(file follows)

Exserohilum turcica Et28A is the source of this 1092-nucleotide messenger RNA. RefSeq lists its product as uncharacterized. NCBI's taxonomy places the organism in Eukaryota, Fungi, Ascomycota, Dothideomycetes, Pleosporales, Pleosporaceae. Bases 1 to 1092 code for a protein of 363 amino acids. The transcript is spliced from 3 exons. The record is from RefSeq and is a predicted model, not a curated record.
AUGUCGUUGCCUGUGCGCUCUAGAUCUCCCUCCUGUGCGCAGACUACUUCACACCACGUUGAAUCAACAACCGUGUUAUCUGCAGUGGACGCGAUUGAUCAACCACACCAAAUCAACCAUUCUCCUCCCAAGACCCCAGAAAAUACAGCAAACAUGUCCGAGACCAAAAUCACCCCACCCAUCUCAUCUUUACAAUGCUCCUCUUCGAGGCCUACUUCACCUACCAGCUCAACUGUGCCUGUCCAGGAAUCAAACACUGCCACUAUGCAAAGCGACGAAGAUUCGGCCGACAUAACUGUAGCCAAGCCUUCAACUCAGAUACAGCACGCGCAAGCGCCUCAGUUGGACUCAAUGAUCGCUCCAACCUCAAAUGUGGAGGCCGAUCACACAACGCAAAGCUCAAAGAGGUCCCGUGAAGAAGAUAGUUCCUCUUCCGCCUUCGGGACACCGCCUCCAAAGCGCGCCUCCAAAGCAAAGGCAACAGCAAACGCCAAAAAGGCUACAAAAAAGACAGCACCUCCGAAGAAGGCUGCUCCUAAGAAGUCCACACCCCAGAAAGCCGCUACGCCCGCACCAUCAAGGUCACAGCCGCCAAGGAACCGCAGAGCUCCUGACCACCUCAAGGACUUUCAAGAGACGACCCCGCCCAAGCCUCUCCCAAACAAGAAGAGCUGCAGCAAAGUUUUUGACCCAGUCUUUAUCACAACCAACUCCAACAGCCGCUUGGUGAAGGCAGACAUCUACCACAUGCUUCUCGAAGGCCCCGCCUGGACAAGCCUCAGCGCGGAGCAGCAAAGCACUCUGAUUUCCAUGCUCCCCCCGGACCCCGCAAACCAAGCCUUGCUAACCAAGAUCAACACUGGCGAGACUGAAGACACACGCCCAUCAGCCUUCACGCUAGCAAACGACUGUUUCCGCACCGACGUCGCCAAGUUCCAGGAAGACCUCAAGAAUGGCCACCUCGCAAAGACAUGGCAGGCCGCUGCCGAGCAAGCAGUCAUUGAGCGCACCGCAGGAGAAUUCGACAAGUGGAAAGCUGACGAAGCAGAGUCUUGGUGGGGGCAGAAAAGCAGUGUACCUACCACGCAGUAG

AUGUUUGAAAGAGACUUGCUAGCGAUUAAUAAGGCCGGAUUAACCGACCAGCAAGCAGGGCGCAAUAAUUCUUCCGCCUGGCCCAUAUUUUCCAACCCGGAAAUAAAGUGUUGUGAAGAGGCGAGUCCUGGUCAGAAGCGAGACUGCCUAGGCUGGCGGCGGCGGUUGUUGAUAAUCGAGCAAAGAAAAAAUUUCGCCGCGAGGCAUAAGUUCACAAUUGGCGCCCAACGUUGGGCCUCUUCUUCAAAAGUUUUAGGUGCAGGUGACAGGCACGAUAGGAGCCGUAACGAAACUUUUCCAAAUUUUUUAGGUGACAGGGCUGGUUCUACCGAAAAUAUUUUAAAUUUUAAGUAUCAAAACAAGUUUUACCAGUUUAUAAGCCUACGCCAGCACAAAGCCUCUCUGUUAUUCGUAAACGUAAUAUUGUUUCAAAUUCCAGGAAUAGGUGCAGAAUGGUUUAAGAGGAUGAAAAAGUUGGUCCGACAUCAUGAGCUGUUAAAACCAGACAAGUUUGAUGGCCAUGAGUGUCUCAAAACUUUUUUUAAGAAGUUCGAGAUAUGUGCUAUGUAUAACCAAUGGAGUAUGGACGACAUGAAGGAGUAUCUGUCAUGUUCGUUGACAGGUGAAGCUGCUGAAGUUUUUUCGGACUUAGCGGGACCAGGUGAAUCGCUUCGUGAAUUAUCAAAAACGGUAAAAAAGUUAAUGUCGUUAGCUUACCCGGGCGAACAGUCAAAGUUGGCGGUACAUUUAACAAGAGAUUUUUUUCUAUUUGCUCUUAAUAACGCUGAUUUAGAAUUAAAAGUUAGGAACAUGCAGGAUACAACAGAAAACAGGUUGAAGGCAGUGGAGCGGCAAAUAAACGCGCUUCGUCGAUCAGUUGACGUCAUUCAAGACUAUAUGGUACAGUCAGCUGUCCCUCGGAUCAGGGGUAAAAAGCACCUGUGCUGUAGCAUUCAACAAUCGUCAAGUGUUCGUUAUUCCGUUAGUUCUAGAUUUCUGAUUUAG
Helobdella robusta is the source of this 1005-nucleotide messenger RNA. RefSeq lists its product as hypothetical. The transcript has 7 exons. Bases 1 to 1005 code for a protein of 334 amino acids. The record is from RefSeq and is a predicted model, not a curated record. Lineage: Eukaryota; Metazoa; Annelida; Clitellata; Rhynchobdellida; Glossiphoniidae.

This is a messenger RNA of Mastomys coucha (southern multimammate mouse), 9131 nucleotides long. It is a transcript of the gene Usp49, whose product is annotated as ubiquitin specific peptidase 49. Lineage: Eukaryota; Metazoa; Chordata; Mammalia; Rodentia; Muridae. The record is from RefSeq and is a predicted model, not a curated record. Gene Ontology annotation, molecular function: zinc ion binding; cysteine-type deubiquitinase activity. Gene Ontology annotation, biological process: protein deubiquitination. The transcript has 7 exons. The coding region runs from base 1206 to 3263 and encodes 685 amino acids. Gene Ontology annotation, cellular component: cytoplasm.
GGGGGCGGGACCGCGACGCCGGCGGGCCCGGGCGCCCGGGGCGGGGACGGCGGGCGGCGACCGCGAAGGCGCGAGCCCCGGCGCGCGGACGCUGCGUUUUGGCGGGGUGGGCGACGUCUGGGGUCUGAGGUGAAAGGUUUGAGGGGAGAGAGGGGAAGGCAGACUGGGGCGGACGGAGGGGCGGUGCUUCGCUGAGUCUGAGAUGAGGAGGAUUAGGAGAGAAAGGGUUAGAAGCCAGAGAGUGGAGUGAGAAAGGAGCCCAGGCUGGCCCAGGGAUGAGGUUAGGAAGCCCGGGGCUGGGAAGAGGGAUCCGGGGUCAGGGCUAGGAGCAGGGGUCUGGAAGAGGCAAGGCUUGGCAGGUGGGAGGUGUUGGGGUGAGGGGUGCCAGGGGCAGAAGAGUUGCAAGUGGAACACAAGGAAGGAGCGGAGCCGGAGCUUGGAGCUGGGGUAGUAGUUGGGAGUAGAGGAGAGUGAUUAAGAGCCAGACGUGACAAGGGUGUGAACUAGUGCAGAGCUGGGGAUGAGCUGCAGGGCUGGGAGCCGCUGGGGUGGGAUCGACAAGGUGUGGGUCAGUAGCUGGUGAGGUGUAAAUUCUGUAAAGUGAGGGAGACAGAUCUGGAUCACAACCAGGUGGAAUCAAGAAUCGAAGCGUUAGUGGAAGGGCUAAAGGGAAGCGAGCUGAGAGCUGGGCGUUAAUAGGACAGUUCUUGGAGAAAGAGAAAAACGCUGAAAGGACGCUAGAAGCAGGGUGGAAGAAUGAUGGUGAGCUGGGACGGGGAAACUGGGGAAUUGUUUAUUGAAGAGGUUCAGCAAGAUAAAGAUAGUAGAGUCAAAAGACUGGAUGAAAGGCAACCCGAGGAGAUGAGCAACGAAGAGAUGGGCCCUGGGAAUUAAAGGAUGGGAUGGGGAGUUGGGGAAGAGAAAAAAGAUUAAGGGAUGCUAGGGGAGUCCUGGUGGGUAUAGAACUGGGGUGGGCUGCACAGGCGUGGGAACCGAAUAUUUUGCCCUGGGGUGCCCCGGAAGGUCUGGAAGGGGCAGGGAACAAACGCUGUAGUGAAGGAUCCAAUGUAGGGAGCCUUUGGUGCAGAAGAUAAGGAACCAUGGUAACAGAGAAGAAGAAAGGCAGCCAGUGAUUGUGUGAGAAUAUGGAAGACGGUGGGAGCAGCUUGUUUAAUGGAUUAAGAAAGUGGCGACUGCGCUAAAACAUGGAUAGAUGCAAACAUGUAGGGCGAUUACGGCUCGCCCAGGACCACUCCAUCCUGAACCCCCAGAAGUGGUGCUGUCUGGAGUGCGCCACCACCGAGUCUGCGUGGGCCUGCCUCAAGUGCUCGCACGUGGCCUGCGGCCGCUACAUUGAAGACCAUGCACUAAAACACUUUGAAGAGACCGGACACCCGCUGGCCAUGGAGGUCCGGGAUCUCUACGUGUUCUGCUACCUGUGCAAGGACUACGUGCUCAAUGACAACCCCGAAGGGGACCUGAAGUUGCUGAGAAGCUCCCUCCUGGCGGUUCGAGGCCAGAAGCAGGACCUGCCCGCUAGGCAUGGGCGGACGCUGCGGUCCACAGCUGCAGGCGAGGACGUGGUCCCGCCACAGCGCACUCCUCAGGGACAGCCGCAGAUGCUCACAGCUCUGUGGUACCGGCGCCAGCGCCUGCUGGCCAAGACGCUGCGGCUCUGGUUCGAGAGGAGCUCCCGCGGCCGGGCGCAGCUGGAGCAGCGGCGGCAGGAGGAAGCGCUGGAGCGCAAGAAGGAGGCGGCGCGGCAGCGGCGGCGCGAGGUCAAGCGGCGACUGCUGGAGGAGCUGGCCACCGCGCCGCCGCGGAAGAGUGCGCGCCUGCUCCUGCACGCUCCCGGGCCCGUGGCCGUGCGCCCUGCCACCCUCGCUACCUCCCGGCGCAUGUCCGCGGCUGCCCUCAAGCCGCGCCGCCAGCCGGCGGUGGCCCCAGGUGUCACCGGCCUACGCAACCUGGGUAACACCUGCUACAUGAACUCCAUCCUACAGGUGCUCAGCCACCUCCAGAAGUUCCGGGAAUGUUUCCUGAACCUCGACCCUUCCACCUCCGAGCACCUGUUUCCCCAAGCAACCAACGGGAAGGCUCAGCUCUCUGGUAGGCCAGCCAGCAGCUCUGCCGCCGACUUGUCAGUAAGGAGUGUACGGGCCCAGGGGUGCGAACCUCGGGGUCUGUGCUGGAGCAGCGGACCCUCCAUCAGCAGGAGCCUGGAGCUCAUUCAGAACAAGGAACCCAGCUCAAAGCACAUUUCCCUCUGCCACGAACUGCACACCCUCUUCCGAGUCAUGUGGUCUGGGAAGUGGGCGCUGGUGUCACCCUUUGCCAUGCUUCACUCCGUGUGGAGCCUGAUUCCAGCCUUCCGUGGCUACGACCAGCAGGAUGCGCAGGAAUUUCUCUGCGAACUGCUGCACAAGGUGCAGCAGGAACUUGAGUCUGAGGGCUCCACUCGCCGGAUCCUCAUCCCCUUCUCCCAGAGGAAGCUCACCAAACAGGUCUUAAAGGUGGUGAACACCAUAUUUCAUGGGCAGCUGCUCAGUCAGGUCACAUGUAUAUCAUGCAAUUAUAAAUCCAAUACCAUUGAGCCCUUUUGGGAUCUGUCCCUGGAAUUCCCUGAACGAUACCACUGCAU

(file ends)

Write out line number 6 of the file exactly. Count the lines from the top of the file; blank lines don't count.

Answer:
GGGGGCGGGACCGCGACGCCGGCGGGCCCGGGCGCCCGGGGCGGGGACGGCGGGCGGCGACCGCGAAGGCGCGAGCCCCGGCGCGCGGACGCUGCGUUUUGGCGGGGUGGGCGACGUCUGGGGUCUGAGGUGAAAGGUUUGAGGGGAGAGAGGGGAAGGCAGACUGGGGCGGACGGAGGGGCGGUGCUUCGCUGAGUCUGAGAUGAGGAGGAUUAGGAGAGAAAGGGUUAGAAGCCAGAGAGUGGAGUGAGAAAGGAGCCCAGGCUGGCCCAGGGAUGAGGUUAGGAAGCCCGGGGCUGGGAAGAGGGAUCCGGGGUCAGGGCUAGGAGCAGGGGUCUGGAAGAGGCAAGGCUUGGCAGGUGGGAGGUGUUGGGGUGAGGGGUGCCAGGGGCAGAAGAGUUGCAAGUGGAACACAAGGAAGGAGCGGAGCCGGAGCUUGGAGCUGGGGUAGUAGUUGGGAGUAGAGGAGAGUGAUUAAGAGCCAGACGUGACAAGGGUGUGAACUAGUGCAGAGCUGGGGAUGAGCUGCAGGGCUGGGAGCCGCUGGGGUGGGAUCGACAAGGUGUGGGUCAGUAGCUGGUGAGGUGUAAAUUCUGUAAAGUGAGGGAGACAGAUCUGGAUCACAACCAGGUGGAAUCAAGAAUCGAAGCGUUAGUGGAAGGGCUAAAGGGAAGCGAGCUGAGAGCUGGGCGUUAAUAGGACAGUUCUUGGAGAAAGAGAAAAACGCUGAAAGGACGCUAGAAGCAGGGUGGAAGAAUGAUGGUGAGCUGGGACGGGGAAACUGGGGAAUUGUUUAUUGAAGAGGUUCAGCAAGAUAAAGAUAGUAGAGUCAAAAGACUGGAUGAAAGGCAACCCGAGGAGAUGAGCAACGAAGAGAUGGGCCCUGGGAAUUAAAGGAUGGGAUGGGGAGUUGGGGAAGAGAAAAAAGAUUAAGGGAUGCUAGGGGAGUCCUGGUGGGUAUAGAACUGGGGUGGGCUGCACAGGCGUGGGAACCGAAUAUUUUGCCCUGGGGUGCCCCGGAAGGUCUGGAAGGGGCAGGGAACAAACGCUGUAGUGAAGGAUCCAAUGUAGGGAGCCUUUGGUGCAGAAGAUAAGGAACCAUGGUAACAGAGAAGAAGAAAGGCAGCCAGUGAUUGUGUGAGAAUAUGGAAGACGGUGGGAGCAGCUUGUUUAAUGGAUUAAGAAAGUGGCGACUGCGCUAAAACAUGGAUAGAUGCAAACAUGUAGGGCGAUUACGGCUCGCCCAGGACCACUCCAUCCUGAACCCCCAGAAGUGGUGCUGUCUGGAGUGCGCCACCACCGAGUCUGCGUGGGCCUGCCUCAAGUGCUCGCACGUGGCCUGCGGCCGCUACAUUGAAGACCAUGCACUAAAACACUUUGAAGAGACCGGACACCCGCUGGCCAUGGAGGUCCGGGAUCUCUACGUGUUCUGCUACCUGUGCAAGGACUACGUGCUCAAUGACAACCCCGAAGGGGACCUGAAGUUGCUGAGAAGCUCCCUCCUGGCGGUUCGAGGCCAGAAGCAGGACCUGCCCGCUAGGCAUGGGCGGACGCUGCGGUCCACAGCUGCAGGCGAGGACGUGGUCCCGCCACAGCGCACUCCUCAGGGACAGCCGCAGAUGCUCACAGCUCUGUGGUACCGGCGCCAGCGCCUGCUGGCCAAGACGCUGCGGCUCUGGUUCGAGAGGAGCUCCCGCGGCCGGGCGCAGCUGGAGCAGCGGCGGCAGGAGGAAGCGCUGGAGCGCAAGAAGGAGGCGGCGCGGCAGCGGCGGCGCGAGGUCAAGCGGCGACUGCUGGAGGAGCUGGCCACCGCGCCGCCGCGGAAGAGUGCGCGCCUGCUCCUGCACGCUCCCGGGCCCGUGGCCGUGCGCCCUGCCACCCUCGCUACCUCCCGGCGCAUGUCCGCGGCUGCCCUCAAGCCGCGCCGCCAGCCGGCGGUGGCCCCAGGUGUCACCGGCCUACGCAACCUGGGUAACACCUGCUACAUGAACUCCAUCCUACAGGUGCUCAGCCACCUCCAGAAGUUCCGGGAAUGUUUCCUGAACCUCGACCCUUCCACCUCCGAGCACCUGUUUCCCCAAGCAACCAACGGGAAGGCUCAGCUCUCUGGUAGGCCAGCCAGCAGCUCUGCCGCCGACUUGUCAGUAAGGAGUGUACGGGCCCAGGGGUGCGAACCUCGGGGUCUGUGCUGGAGCAGCGGACCCUCCAUCAGCAGGAGCCUGGAGCUCAUUCAGAACAAGGAACCCAGCUCAAAGCACAUUUCCCUCUGCCACGAACUGCACACCCUCUUCCGAGUCAUGUGGUCUGGGAAGUGGGCGCUGGUGUCACCCUUUGCCAUGCUUCACUCCGUGUGGAGCCUGAUUCCAGCCUUCCGUGGCUACGACCAGCAGGAUGCGCAGGAAUUUCUCUGCGAACUGCUGCACAAGGUGCAGCAGGAACUUGAGUCUGAGGGCUCCACUCGCCGGAUCCUCAUCCCCUUCUCCCAGAGGAAGCUCACCAAACAGGUCUUAAAGGUGGUGAACACCAUAUUUCAUGGGCAGCUGCUCAGUCAGGUCACAUGUAUAUCAUGCAAUUAUAAAUCCAAUACCAUUGAGCCCUUUUGGGAUCUGUCCCUGGAAUUCCCUGAACGAUACCACUGCAU